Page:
As a result of their interaction with the gut microbiome, probiotics play a role in supporting the immune system, over 70% of which is found in the gastrointestinal tract of humans. (25) Probiotics help modulate the immune response by influencing the actions of dendritic cells, macrophages, and T and B lymphocytes. (27)

Research has shown that probiotics may help prevent or decrease the duration and severity of upper respiratory tract infections, such as the common cold. (21)(22) Multi-strain probiotics in particular have demonstrated beneficial effects on immune health and greater efficacy than single-strain options. (2)

CAN: Search for probiotics in the Fullscript catalog.
US: Search for probiotics in the Fullscript catalog.

elderberry berries with a clear bottle of elderberry syrup

Often found in syrup form, Elderberry is a great choice for adults and children.


The botanical herb Sambucus nigra, commonly known as elderberry, may also be considered for immune support during the holiday season. Elderberry is often found in syrup form, making it a great choice for adults and children alike.

Research has demonstrated the antiviral and immunostimulatory effects of elderberry extract, including increasing inflammatory cytokine production. (1) Clinical evidence shows that some elderberry extracts might improve flu-like symptoms and reduce the duration of colds by four days due to the concentration of flavonoids and other beneficial vitamins, minerals, phytosterols, and carotenoids. (28)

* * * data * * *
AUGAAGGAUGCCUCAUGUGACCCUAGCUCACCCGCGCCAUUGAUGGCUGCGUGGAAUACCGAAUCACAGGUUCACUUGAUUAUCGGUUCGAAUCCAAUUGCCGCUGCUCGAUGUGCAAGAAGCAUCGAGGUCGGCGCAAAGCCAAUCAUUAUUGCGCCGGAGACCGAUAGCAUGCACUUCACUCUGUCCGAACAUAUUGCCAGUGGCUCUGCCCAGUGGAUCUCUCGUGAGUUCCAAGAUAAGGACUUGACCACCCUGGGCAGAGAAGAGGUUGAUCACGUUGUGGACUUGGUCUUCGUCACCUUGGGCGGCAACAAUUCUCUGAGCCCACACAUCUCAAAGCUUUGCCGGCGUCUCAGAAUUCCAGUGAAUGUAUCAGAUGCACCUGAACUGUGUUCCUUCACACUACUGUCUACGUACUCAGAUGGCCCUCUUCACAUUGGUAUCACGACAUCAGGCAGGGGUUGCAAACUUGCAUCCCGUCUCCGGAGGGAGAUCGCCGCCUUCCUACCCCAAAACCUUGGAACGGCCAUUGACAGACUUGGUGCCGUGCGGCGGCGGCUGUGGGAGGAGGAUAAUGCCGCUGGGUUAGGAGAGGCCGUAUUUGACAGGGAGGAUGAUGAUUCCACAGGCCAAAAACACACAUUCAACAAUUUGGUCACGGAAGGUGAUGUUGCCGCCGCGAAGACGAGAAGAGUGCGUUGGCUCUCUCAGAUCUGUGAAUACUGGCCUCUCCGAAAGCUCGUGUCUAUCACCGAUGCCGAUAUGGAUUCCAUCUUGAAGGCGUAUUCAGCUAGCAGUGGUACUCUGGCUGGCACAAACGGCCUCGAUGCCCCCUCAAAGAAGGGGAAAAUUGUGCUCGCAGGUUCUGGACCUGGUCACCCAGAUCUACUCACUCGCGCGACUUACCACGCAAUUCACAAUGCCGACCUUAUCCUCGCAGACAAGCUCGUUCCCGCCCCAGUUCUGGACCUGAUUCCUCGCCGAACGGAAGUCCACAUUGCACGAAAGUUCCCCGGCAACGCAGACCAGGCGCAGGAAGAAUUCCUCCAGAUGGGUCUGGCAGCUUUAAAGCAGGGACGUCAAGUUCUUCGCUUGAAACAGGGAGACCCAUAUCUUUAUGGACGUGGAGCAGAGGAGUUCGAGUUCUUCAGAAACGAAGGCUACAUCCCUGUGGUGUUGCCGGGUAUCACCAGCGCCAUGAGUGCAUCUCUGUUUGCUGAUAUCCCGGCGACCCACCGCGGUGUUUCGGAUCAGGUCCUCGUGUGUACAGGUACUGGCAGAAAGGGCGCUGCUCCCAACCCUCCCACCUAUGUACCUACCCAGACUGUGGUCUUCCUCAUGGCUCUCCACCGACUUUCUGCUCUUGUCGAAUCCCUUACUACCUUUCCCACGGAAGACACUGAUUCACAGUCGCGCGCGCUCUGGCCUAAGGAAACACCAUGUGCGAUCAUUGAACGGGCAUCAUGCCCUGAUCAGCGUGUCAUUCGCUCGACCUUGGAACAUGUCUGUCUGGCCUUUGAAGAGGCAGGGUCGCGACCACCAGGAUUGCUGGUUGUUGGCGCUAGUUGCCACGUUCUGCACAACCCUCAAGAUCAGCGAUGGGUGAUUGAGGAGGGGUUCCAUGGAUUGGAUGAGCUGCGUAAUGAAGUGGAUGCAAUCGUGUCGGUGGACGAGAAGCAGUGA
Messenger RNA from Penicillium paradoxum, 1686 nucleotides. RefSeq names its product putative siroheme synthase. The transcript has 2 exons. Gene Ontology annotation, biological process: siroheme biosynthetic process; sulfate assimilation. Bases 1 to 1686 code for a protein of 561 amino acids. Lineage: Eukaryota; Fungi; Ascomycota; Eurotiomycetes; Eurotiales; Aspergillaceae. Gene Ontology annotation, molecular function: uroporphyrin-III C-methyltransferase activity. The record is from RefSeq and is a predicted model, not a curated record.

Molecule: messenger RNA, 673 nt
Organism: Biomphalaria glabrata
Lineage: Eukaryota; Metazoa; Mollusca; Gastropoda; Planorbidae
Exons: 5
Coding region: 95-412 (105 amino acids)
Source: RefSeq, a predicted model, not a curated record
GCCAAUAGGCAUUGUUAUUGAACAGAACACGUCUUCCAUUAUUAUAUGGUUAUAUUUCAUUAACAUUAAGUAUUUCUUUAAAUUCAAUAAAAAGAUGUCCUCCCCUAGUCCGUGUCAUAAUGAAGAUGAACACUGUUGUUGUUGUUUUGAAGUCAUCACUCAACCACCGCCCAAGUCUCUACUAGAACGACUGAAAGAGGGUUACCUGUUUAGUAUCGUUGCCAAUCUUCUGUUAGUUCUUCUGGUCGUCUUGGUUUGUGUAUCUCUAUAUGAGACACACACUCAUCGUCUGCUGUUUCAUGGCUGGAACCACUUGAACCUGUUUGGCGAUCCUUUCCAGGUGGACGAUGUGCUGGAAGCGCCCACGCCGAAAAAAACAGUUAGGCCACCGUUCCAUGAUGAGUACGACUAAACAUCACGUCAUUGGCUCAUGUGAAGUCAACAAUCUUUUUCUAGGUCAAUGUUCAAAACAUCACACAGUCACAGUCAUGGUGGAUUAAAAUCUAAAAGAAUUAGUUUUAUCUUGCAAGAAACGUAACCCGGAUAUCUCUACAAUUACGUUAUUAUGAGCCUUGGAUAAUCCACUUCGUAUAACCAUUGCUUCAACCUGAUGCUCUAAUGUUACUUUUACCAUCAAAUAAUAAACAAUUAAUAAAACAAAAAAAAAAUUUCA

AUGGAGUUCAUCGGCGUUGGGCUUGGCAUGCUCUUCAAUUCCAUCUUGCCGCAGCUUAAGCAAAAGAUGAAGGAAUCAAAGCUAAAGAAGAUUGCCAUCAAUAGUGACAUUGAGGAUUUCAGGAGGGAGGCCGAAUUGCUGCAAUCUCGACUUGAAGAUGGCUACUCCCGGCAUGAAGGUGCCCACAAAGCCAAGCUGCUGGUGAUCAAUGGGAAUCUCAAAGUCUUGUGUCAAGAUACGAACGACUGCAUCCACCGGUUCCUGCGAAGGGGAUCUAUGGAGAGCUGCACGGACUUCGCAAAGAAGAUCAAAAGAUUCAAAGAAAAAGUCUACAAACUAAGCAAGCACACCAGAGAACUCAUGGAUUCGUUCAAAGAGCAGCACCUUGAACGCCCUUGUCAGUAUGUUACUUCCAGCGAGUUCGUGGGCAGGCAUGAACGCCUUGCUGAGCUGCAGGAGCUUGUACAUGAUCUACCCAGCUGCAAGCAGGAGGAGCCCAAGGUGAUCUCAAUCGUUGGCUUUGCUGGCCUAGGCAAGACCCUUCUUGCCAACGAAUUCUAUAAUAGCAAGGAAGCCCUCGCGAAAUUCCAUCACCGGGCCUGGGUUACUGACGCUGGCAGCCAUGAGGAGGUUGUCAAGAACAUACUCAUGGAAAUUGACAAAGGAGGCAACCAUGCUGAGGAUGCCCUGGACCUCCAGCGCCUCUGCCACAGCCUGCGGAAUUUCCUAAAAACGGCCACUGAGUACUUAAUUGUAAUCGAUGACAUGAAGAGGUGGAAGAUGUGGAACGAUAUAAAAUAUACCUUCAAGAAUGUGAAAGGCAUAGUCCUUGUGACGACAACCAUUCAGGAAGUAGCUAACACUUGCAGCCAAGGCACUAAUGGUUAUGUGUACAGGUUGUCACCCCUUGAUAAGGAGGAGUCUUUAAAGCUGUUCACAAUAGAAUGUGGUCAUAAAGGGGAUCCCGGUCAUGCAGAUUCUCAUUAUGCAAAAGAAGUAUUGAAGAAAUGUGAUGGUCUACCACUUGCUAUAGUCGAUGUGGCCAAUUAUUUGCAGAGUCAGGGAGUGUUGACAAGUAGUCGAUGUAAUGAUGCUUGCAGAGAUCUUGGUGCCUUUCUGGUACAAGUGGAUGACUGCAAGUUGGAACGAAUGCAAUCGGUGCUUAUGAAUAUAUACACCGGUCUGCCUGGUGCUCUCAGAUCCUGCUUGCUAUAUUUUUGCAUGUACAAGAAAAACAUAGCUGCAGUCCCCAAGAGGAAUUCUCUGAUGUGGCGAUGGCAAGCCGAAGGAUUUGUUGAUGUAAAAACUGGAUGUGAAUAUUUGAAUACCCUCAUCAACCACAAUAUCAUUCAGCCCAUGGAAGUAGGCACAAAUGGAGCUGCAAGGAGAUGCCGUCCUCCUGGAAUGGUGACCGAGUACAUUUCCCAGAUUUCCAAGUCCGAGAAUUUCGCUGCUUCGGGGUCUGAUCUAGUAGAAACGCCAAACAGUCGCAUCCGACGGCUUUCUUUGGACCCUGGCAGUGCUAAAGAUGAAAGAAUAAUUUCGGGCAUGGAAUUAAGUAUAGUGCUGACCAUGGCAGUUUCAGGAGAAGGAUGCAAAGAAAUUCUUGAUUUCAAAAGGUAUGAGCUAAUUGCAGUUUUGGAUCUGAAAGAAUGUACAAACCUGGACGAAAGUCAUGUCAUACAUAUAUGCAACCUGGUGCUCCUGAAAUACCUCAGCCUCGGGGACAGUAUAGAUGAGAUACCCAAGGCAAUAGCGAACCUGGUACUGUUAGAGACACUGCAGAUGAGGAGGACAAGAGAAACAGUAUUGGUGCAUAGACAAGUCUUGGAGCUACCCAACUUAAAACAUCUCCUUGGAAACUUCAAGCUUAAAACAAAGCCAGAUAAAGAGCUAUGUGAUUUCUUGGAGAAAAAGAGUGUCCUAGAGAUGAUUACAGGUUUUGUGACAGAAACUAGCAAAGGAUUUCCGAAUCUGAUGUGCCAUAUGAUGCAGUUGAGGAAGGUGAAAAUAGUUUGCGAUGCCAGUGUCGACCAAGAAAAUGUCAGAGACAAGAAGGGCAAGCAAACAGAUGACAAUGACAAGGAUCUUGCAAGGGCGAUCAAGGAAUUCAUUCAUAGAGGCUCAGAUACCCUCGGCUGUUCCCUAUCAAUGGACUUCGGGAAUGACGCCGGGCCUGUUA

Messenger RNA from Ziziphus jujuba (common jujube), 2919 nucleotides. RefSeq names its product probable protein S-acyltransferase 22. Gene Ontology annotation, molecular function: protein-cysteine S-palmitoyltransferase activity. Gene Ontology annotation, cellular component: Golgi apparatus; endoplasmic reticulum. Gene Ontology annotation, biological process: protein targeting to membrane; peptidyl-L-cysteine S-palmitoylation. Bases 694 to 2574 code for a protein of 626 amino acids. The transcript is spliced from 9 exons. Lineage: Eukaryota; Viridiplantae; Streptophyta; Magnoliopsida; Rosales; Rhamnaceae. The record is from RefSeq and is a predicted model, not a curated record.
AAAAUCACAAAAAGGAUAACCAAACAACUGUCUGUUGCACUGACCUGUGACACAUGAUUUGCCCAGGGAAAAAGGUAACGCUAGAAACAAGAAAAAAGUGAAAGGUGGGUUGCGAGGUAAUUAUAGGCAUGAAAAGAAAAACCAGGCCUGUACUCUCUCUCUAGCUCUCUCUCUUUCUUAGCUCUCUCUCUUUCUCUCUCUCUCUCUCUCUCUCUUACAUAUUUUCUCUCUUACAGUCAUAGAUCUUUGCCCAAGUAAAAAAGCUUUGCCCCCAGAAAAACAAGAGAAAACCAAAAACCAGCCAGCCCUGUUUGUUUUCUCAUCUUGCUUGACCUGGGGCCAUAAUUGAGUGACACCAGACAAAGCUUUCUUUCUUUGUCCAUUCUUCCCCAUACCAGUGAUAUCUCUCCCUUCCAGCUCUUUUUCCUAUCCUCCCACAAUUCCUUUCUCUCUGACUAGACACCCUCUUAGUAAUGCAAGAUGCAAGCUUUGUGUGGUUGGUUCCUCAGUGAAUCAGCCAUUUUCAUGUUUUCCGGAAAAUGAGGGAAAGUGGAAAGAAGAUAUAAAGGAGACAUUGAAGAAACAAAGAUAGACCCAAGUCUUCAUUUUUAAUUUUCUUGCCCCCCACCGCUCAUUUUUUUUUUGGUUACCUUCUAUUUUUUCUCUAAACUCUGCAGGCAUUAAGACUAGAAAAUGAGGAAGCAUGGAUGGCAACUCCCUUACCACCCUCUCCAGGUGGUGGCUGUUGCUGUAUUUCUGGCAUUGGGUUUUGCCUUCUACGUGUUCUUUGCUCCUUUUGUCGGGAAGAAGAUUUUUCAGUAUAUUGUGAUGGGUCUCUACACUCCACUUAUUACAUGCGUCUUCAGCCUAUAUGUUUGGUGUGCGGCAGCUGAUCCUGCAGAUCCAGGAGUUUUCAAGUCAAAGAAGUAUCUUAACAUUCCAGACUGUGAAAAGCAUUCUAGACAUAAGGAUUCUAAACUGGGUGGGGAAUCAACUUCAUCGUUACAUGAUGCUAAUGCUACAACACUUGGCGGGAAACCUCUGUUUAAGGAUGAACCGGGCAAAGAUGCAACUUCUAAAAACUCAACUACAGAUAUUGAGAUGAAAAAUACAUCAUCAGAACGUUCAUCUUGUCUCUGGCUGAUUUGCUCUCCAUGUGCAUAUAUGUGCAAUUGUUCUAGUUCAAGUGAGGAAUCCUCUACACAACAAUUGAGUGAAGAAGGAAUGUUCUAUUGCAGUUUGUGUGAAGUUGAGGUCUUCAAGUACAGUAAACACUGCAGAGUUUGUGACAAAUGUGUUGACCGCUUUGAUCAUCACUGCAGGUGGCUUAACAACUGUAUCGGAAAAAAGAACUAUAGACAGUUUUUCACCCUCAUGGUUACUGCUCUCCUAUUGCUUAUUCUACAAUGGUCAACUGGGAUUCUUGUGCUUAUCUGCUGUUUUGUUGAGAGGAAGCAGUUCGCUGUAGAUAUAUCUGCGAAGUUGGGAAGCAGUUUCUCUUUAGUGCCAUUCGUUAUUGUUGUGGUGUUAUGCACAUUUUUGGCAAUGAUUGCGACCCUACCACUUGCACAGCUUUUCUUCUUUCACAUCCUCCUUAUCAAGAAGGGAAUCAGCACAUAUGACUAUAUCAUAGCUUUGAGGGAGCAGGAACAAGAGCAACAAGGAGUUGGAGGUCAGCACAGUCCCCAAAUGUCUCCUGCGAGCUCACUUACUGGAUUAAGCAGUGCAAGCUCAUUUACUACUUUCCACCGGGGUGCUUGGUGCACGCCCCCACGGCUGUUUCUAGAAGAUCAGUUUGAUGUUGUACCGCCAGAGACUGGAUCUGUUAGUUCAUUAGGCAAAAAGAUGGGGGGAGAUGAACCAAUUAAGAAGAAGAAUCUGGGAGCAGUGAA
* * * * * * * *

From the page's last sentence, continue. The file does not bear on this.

CAN: Search for elderberry in the Fullscript catalog.
US: Search for elderberry in the Fullscript catalog.

The bottom line

Consider an integrative approach when helping your patients prevent illness and support optimal health during the holidays. Lifestyle factors to keep in mind include adequate sleep, stress management, regular physical activity, and limited caffeine and alcohol intake. Consider Fullscript’s top recommended holiday supplements to help your patients stay healthy throughout the holiday season.

If you are a practitioner, consider signing up for Fullscript. If you are a patient, talk to your healthcare practitioner about Fullscript!

  1. Barak, V., Halperin, T., & Kalickman, I. (2001). The effect of Sambucol, a black elderberry-based, natural product, on the production of human cytokines: I. Inflammatory cytokines. European Cytokine Network, 12(2), 290-6.
  2. Chapman, C. M., Gibson, G.R., Rowland, I. (2011). Health benefits of probiotics: Are mixtures more effective than single strains? European Journal of Nutrition, 50(1), 1-17.
  3. Costello, R. B., Lentino, C.V., Boyd, C.C., O’Connell, M.L., Crawford. C.C., Sprengel, M.L., & Deuster, P.A. (2014). The effectiveness of melatonin for promoting healthy sleep: A rapid evidence assessment of the literature. Nutrition Journal, 13, 106.
  4. Esmaillzadeh, A., Keshteli, A. H., Feizi, A., Zaribaf, F., Feinle-Bisset, C., & Adibi, P. (2013). Patterns of diet-related practices and prevalence of gastroesophageal reflux disease. Neurogastroenterology & Motility, 25(10), 831-e638.
  5. Ferracioli-Oda, E., Qawasmi, A., & Bloch, M. H. (2018). Meta-analysis: Melatonin for the treatment of primary sleep disorders. Focus, 16(1), 113-118.
  6. Guerreiro, C. S., Calado, ., Sousa, J., & Fonseca, J. E. (2018). Diet, microbiota, and gut permeability-The unknown triad in rheumatoid arthritis. Frontiers in Medicine, 5, 349.
  7. Hidese, S., Ota, M., Wakabayashi, C., Noda, T., Ozawa, H., Okubo, T., & Kunugi, H. (2016). Effects of chronic l-theanine administration in patients with major depressive disorder: An open-label study. Acta Neuropsychiatrica, 29(02), 72-79.
  8. Hodges, R.E. & Minich, D.M. (2015). Modulation of metabolic detoxification pathways using foods and food-derived components: A scientific review with clinical application. Journal of Nutrition and Metabolism, 2015, 760689.
  9. Ianiro, G., Pecere, S., Giorgio, V., Gasbarrini, A., & Cammarota, G. (2016). Digestive enzyme supplementation in gastrointestinal diseases. Current Drug Metabolism, 17(2), 187-193.